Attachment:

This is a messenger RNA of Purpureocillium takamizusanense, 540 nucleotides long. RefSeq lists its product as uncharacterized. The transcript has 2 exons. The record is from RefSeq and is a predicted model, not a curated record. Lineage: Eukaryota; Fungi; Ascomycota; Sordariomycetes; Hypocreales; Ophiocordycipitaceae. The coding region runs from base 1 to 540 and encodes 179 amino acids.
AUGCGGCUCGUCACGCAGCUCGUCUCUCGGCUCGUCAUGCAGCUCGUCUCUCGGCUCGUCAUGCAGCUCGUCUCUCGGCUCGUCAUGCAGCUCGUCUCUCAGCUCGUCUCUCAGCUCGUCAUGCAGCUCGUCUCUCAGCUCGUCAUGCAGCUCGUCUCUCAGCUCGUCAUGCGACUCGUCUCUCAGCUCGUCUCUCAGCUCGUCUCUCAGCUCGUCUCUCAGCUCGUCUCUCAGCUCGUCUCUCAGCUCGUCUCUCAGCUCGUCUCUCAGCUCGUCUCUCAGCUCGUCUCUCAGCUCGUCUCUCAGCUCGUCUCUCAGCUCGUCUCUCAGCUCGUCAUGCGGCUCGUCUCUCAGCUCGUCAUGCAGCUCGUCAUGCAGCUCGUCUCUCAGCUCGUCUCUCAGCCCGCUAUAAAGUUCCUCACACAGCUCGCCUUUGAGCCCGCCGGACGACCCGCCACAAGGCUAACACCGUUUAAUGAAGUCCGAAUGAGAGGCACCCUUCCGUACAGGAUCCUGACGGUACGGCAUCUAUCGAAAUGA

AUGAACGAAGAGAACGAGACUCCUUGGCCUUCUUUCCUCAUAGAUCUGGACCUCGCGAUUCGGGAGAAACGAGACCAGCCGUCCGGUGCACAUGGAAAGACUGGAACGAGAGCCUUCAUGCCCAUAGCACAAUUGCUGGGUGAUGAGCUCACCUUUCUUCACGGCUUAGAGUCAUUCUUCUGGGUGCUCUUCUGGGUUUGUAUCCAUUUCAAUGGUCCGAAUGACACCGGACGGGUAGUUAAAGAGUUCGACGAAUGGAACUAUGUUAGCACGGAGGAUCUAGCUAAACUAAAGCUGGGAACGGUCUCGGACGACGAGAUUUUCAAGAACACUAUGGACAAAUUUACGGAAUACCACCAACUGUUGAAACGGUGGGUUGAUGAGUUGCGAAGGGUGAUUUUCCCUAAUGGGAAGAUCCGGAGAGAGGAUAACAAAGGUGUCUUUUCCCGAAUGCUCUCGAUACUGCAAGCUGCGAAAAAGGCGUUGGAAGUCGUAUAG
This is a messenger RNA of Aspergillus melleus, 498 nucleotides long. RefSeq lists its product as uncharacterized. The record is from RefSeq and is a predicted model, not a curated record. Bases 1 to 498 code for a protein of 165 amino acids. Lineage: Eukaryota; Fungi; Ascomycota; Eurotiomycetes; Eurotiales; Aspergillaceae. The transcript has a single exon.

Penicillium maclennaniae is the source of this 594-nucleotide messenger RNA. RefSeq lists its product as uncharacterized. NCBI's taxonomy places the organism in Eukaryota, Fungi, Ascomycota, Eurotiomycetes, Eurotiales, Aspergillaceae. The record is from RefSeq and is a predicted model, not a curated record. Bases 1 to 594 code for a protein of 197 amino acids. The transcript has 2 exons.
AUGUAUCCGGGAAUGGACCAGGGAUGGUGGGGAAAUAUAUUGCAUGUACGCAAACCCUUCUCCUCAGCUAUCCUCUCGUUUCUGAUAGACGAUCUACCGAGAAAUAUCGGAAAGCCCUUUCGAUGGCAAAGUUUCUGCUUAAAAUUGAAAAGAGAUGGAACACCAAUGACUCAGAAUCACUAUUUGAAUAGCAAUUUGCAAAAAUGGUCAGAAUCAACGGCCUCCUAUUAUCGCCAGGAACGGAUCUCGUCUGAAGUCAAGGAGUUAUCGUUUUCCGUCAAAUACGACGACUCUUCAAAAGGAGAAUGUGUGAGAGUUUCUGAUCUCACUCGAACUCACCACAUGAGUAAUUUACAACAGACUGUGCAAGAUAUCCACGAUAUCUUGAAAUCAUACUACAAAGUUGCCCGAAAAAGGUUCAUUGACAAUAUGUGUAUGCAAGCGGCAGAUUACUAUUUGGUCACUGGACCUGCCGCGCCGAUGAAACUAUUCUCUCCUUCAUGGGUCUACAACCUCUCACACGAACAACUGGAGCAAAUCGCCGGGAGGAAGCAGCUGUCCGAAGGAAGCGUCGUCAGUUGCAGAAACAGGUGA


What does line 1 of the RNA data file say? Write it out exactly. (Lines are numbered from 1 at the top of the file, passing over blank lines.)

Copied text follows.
This is a messenger RNA of Purpureocillium takamizusanense, 540 nucleotides long. RefSeq lists its product as uncharacterized. The transcript has 2 exons. The record is from RefSeq and is a predicted model, not a curated record. Lineage: Eukaryota; Fungi; Ascomycota; Sordariomycetes; Hypocreales; Ophiocordycipitaceae. The coding region runs from base 1 to 540 and encodes 179 amino acids.